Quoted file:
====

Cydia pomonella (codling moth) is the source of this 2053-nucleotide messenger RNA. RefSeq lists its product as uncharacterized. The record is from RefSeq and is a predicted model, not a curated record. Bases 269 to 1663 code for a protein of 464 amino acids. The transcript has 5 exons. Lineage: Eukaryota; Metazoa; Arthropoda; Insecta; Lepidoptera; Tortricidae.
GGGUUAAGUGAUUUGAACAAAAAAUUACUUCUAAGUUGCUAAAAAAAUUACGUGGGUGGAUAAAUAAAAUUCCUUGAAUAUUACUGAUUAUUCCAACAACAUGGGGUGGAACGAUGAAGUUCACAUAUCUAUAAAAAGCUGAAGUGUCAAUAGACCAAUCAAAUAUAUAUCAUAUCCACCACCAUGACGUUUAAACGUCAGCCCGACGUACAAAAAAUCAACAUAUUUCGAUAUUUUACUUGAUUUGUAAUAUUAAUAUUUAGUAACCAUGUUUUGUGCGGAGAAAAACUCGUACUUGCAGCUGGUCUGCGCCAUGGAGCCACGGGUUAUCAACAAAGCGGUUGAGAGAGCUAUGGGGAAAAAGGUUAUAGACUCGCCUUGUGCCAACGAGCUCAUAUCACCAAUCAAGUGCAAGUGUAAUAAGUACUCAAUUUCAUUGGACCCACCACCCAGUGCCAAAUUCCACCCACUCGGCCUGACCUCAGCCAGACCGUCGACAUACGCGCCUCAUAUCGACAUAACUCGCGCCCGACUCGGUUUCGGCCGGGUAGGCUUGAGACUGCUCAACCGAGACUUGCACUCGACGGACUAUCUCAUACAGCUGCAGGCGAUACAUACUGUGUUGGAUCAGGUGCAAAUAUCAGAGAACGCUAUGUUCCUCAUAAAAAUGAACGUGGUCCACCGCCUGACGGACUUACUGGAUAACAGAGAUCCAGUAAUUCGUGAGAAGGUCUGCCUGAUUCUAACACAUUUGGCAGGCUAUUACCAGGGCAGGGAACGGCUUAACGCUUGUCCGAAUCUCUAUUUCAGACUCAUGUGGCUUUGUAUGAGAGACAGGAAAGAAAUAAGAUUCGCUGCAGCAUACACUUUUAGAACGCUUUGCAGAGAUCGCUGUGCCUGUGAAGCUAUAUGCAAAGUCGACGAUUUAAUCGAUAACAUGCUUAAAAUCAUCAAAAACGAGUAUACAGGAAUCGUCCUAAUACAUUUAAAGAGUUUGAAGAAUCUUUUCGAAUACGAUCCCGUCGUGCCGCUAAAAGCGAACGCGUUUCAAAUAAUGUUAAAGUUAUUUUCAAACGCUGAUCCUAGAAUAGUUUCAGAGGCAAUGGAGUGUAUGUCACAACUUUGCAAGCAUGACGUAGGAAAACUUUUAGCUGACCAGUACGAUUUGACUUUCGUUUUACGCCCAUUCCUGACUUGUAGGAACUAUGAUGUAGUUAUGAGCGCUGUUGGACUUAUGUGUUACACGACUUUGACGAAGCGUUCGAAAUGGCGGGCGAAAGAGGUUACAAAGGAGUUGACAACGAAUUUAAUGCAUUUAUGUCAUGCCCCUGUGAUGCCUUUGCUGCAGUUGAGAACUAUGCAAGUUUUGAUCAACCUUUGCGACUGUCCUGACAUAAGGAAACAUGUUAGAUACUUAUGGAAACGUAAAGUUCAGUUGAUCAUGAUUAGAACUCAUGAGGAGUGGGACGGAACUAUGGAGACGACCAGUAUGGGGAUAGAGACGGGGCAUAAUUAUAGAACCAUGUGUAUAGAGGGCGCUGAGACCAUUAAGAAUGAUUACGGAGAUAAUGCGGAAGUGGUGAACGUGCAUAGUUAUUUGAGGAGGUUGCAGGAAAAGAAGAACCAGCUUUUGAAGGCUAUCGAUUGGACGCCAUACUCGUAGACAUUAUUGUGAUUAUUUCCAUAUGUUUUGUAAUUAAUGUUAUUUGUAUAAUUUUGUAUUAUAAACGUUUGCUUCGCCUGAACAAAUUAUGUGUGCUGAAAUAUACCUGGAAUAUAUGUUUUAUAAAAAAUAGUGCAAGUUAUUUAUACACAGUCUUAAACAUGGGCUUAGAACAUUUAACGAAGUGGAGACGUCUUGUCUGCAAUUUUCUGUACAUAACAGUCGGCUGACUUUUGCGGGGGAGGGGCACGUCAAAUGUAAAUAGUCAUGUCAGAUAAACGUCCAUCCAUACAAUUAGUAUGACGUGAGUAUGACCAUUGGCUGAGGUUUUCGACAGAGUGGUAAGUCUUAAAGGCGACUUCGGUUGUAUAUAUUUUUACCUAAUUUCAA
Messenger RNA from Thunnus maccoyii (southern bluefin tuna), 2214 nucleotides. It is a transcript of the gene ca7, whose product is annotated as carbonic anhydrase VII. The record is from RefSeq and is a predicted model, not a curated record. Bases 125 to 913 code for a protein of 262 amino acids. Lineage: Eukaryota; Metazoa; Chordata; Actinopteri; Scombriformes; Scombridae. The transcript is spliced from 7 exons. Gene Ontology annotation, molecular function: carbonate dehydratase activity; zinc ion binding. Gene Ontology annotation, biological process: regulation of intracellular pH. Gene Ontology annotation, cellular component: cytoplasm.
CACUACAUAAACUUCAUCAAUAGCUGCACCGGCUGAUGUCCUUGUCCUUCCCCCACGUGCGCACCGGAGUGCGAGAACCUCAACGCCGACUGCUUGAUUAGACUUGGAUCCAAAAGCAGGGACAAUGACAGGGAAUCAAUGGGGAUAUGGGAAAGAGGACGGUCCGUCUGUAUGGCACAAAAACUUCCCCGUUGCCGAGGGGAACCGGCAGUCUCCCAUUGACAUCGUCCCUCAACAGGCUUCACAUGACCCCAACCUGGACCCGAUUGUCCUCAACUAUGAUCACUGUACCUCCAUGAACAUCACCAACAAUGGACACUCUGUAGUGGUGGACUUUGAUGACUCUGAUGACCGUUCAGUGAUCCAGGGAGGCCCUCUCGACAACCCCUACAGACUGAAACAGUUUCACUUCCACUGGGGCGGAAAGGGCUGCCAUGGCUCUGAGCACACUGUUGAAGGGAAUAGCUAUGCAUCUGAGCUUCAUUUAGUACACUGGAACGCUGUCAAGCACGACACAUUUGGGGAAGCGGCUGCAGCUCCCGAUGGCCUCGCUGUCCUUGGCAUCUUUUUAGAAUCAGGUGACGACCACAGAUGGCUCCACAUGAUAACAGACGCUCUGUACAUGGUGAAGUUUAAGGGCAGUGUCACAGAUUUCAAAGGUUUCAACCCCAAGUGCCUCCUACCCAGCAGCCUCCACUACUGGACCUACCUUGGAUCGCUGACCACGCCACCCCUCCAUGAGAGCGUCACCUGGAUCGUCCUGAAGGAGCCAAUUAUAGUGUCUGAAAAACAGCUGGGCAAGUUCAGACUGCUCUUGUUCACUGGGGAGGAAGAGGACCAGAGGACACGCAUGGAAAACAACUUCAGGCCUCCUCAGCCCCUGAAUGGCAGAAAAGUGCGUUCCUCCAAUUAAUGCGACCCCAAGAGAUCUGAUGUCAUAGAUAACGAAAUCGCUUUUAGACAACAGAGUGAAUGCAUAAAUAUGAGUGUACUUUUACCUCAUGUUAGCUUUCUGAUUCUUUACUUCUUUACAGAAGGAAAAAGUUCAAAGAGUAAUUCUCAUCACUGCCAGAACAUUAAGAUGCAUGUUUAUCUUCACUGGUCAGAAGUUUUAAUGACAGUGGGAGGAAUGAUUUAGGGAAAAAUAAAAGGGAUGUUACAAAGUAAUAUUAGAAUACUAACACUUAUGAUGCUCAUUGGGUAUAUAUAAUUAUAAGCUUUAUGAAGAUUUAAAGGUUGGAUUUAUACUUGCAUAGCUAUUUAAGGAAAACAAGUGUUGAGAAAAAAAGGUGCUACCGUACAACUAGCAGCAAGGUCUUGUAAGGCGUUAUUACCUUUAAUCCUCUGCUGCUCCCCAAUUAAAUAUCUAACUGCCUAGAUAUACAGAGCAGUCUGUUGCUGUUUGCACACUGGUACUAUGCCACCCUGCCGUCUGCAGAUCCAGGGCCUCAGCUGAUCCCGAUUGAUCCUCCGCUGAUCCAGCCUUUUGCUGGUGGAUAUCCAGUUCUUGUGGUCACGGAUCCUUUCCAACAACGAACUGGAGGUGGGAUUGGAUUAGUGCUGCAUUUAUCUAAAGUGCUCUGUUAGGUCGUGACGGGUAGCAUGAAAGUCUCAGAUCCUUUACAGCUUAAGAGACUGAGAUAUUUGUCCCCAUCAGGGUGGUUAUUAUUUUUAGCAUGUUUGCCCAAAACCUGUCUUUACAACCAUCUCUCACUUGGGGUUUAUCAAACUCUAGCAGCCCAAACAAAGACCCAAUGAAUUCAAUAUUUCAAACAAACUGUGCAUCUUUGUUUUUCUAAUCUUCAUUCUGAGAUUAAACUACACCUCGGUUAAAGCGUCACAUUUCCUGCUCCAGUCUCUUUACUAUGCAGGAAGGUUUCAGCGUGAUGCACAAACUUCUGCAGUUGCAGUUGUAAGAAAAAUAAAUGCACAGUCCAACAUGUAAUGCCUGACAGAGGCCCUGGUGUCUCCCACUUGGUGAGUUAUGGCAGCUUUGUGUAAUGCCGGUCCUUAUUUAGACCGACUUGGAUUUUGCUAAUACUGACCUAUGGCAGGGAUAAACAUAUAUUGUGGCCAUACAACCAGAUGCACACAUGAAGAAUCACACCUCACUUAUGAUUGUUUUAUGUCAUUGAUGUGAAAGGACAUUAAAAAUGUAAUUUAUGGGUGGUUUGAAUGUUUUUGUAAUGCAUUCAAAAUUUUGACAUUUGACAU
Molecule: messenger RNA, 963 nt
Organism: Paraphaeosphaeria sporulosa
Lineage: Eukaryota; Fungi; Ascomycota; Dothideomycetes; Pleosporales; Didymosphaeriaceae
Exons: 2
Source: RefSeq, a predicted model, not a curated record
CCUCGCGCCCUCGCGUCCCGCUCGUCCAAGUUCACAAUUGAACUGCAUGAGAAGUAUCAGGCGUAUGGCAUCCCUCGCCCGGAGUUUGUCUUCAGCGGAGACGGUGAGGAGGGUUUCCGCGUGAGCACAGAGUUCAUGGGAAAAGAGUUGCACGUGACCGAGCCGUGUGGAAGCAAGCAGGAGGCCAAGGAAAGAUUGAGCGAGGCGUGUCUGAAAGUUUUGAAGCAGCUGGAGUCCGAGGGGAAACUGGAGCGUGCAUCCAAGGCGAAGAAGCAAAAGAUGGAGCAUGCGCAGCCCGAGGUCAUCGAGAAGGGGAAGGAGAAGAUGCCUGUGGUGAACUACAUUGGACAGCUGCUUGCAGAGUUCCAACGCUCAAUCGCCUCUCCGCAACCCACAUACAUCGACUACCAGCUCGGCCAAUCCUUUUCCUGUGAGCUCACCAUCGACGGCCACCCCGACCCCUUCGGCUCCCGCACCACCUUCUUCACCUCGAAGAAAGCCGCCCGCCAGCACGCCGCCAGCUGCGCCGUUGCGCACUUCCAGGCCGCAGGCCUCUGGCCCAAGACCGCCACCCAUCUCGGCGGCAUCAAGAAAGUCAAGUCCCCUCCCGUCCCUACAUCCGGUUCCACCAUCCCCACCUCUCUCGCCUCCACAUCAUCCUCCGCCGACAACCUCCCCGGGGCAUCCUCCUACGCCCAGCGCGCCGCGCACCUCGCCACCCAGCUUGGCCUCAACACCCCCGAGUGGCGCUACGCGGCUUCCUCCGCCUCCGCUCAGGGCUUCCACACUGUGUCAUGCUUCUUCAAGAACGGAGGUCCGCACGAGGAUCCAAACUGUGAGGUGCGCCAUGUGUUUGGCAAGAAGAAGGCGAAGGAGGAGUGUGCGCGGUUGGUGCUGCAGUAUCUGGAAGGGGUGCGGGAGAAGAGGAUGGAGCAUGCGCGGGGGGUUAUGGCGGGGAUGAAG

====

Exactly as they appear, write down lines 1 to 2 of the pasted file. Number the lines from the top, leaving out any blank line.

Cydia pomonella (codling moth) is the source of this 2053-nucleotide messenger RNA. RefSeq lists its product as uncharacterized. The record is from RefSeq and is a predicted model, not a curated record. Bases 269 to 1663 code for a protein of 464 amino acids. The transcript has 5 exons. Lineage: Eukaryota; Metazoa; Arthropoda; Insecta; Lepidoptera; Tortricidae.
GGGUUAAGUGAUUUGAACAAAAAAUUACUUCUAAGUUGCUAAAAAAAUUACGUGGGUGGAUAAAUAAAAUUCCUUGAAUAUUACUGAUUAUUCCAACAACAUGGGGUGGAACGAUGAAGUUCACAUAUCUAUAAAAAGCUGAAGUGUCAAUAGACCAAUCAAAUAUAUAUCAUAUCCACCACCAUGACGUUUAAACGUCAGCCCGACGUACAAAAAAUCAACAUAUUUCGAUAUUUUACUUGAUUUGUAAUAUUAAUAUUUAGUAACCAUGUUUUGUGCGGAGAAAAACUCGUACUUGCAGCUGGUCUGCGCCAUGGAGCCACGGGUUAUCAACAAAGCGGUUGAGAGAGCUAUGGGGAAAAAGGUUAUAGACUCGCCUUGUGCCAACGAGCUCAUAUCACCAAUCAAGUGCAAGUGUAAUAAGUACUCAAUUUCAUUGGACCCACCACCCAGUGCCAAAUUCCACCCACUCGGCCUGACCUCAGCCAGACCGUCGACAUACGCGCCUCAUAUCGACAUAACUCGCGCCCGACUCGGUUUCGGCCGGGUAGGCUUGAGACUGCUCAACCGAGACUUGCACUCGACGGACUAUCUCAUACAGCUGCAGGCGAUACAUACUGUGUUGGAUCAGGUGCAAAUAUCAGAGAACGCUAUGUUCCUCAUAAAAAUGAACGUGGUCCACCGCCUGACGGACUUACUGGAUAACAGAGAUCCAGUAAUUCGUGAGAAGGUCUGCCUGAUUCUAACACAUUUGGCAGGCUAUUACCAGGGCAGGGAACGGCUUAACGCUUGUCCGAAUCUCUAUUUCAGACUCAUGUGGCUUUGUAUGAGAGACAGGAAAGAAAUAAGAUUCGCUGCAGCAUACACUUUUAGAACGCUUUGCAGAGAUCGCUGUGCCUGUGAAGCUAUAUGCAAAGUCGACGAUUUAAUCGAUAACAUGCUUAAAAUCAUCAAAAACGAGUAUACAGGAAUCGUCCUAAUACAUUUAAAGAGUUUGAAGAAUCUUUUCGAAUACGAUCCCGUCGUGCCGCUAAAAGCGAACGCGUUUCAAAUAAUGUUAAAGUUAUUUUCAAACGCUGAUCCUAGAAUAGUUUCAGAGGCAAUGGAGUGUAUGUCACAACUUUGCAAGCAUGACGUAGGAAAACUUUUAGCUGACCAGUACGAUUUGACUUUCGUUUUACGCCCAUUCCUGACUUGUAGGAACUAUGAUGUAGUUAUGAGCGCUGUUGGACUUAUGUGUUACACGACUUUGACGAAGCGUUCGAAAUGGCGGGCGAAAGAGGUUACAAAGGAGUUGACAACGAAUUUAAUGCAUUUAUGUCAUGCCCCUGUGAUGCCUUUGCUGCAGUUGAGAACUAUGCAAGUUUUGAUCAACCUUUGCGACUGUCCUGACAUAAGGAAACAUGUUAGAUACUUAUGGAAACGUAAAGUUCAGUUGAUCAUGAUUAGAACUCAUGAGGAGUGGGACGGAACUAUGGAGACGACCAGUAUGGGGAUAGAGACGGGGCAUAAUUAUAGAACCAUGUGUAUAGAGGGCGCUGAGACCAUUAAGAAUGAUUACGGAGAUAAUGCGGAAGUGGUGAACGUGCAUAGUUAUUUGAGGAGGUUGCAGGAAAAGAAGAACCAGCUUUUGAAGGCUAUCGAUUGGACGCCAUACUCGUAGACAUUAUUGUGAUUAUUUCCAUAUGUUUUGUAAUUAAUGUUAUUUGUAUAAUUUUGUAUUAUAAACGUUUGCUUCGCCUGAACAAAUUAUGUGUGCUGAAAUAUACCUGGAAUAUAUGUUUUAUAAAAAAUAGUGCAAGUUAUUUAUACACAGUCUUAAACAUGGGCUUAGAACAUUUAACGAAGUGGAGACGUCUUGUCUGCAAUUUUCUGUACAUAACAGUCGGCUGACUUUUGCGGGGGAGGGGCACGUCAAAUGUAAAUAGUCAUGUCAGAUAAACGUCCAUCCAUACAAUUAGUAUGACGUGAGUAUGACCAUUGGCUGAGGUUUUCGACAGAGUGGUAAGUCUUAAAGGCGACUUCGGUUGUAUAUAUUUUUACCUAAUUUCAA